Speaking of Time, there are two kinds in correspondence chess: Transit and Reflection.

Transit Time is from date of postmark to date of receipt. Reflection Time is from date of receipt to date of postmark. We keep track of these Times for a variety of reasons. Basically, over the course of a game, we need to have a feel for how long it’s going to take (Transit) to have accurate expectations and deal with anomalies (such as excessive Transit Time beyond the historical average for this game) and also to be sure to make the required number of moves within the time limit, usually 30 days of Reflection Time per 10 moves (an average of 3 days per move).

This game with Dutra in Brasil was an official ICCF game (International Correspondence Chess Federation). You can read all about the ICCF Laws and Rules on their website here => ICCF. Click on “ICCF Rules (2023)” and look in Section 2 of the resulting PDF for the details of the conduct of the game.

I’ve saved the current USCF Correspondence Chess Rules to my Dropbox. Very similar. You can download here => Dropbox - USCF_CCRules_2021_10_01.pdf - Simplify your life

I don’t know much about the chess scene in Canada, but there are loads of online resources to study and play chess these days everywhere. Good luck!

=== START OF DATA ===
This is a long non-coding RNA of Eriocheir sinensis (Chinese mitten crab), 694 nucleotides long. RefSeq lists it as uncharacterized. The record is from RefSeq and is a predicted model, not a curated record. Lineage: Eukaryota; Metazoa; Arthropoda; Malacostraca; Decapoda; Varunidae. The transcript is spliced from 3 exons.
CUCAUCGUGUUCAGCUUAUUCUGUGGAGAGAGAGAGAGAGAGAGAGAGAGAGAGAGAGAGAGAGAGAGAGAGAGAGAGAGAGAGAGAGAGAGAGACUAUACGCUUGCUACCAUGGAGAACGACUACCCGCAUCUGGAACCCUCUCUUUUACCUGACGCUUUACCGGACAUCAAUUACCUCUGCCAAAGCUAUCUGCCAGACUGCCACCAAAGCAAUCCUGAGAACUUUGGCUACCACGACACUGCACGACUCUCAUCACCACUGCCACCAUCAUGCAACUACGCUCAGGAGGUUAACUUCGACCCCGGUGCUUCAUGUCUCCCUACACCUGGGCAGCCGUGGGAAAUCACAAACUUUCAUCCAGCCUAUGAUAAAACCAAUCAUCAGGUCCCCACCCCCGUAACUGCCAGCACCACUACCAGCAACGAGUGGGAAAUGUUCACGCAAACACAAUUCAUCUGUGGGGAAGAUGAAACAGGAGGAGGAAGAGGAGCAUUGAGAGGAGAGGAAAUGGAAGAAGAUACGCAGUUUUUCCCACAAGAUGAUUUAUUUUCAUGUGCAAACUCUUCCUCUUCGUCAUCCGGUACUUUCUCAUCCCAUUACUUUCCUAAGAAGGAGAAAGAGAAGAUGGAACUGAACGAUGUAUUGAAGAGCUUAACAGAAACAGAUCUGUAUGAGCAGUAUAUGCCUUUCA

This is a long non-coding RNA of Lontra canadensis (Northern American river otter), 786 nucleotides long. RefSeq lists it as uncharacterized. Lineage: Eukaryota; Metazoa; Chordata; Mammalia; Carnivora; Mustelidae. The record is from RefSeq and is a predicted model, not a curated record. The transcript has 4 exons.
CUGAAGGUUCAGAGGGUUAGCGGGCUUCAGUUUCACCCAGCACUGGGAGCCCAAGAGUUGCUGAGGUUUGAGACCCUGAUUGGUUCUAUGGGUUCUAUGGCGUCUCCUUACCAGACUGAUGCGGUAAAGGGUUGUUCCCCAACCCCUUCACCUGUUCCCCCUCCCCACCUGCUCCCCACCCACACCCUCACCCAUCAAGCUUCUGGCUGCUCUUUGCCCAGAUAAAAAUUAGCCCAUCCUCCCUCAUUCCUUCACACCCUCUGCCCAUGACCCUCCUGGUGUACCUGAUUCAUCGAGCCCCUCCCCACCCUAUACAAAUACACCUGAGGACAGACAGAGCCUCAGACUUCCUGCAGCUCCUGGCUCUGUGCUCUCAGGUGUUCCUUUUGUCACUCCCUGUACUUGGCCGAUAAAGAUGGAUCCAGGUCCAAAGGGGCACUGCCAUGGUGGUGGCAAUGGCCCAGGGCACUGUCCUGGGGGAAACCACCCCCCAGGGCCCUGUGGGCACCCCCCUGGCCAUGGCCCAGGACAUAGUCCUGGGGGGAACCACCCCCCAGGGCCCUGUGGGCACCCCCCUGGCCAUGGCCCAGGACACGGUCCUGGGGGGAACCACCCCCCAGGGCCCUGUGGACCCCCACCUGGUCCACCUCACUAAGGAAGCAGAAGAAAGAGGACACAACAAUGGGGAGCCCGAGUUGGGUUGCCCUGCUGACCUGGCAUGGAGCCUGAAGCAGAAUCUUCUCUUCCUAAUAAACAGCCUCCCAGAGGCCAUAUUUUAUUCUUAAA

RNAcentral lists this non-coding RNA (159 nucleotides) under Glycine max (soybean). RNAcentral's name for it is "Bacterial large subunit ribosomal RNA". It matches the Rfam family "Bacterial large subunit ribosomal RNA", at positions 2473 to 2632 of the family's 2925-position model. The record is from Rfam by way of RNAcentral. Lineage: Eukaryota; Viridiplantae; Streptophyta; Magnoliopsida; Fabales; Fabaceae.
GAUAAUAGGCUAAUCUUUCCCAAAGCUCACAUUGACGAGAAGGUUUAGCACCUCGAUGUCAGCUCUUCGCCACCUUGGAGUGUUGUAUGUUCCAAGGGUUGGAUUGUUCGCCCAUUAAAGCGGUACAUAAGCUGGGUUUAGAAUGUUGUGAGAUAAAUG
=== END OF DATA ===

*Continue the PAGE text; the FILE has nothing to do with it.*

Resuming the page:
All the best,



Tuesday, October 31, 2023 - 23:29 (UTC -5)

Hello, All:

The Motto of the ICCF is “Amici Sumus”. That’s Latin for “We Are Friends”.

It is the spirit/philosophy/attitude/approach that underpins everything we do there.

And so, even though we may start off using the official numeric notation postcards and use them for most of our moves, we not infrequently send “unofficial” (what we in Postcrossing might call “official”) postcards, too.

Dutra and I sent several postcards of our hometowns at the time (Rio and New York City). Here are the three I received from him.

These are informal but they do contain the information necessary to continue the game. In these examples, there is one move per postcard. “WT.I.891” is the ICCF Section ID. Seven players played one game apiece against each other with three randomly-assigned colors (three games as White, three as Black).

In case anyone asks, I played White and won this game about a year-and-a-half later. Samuel Barber’s Adagio for Strings was pretty much the soundtrack for this game. Dutra was a worthy opponent. I never did get the chance to visit him in Rio.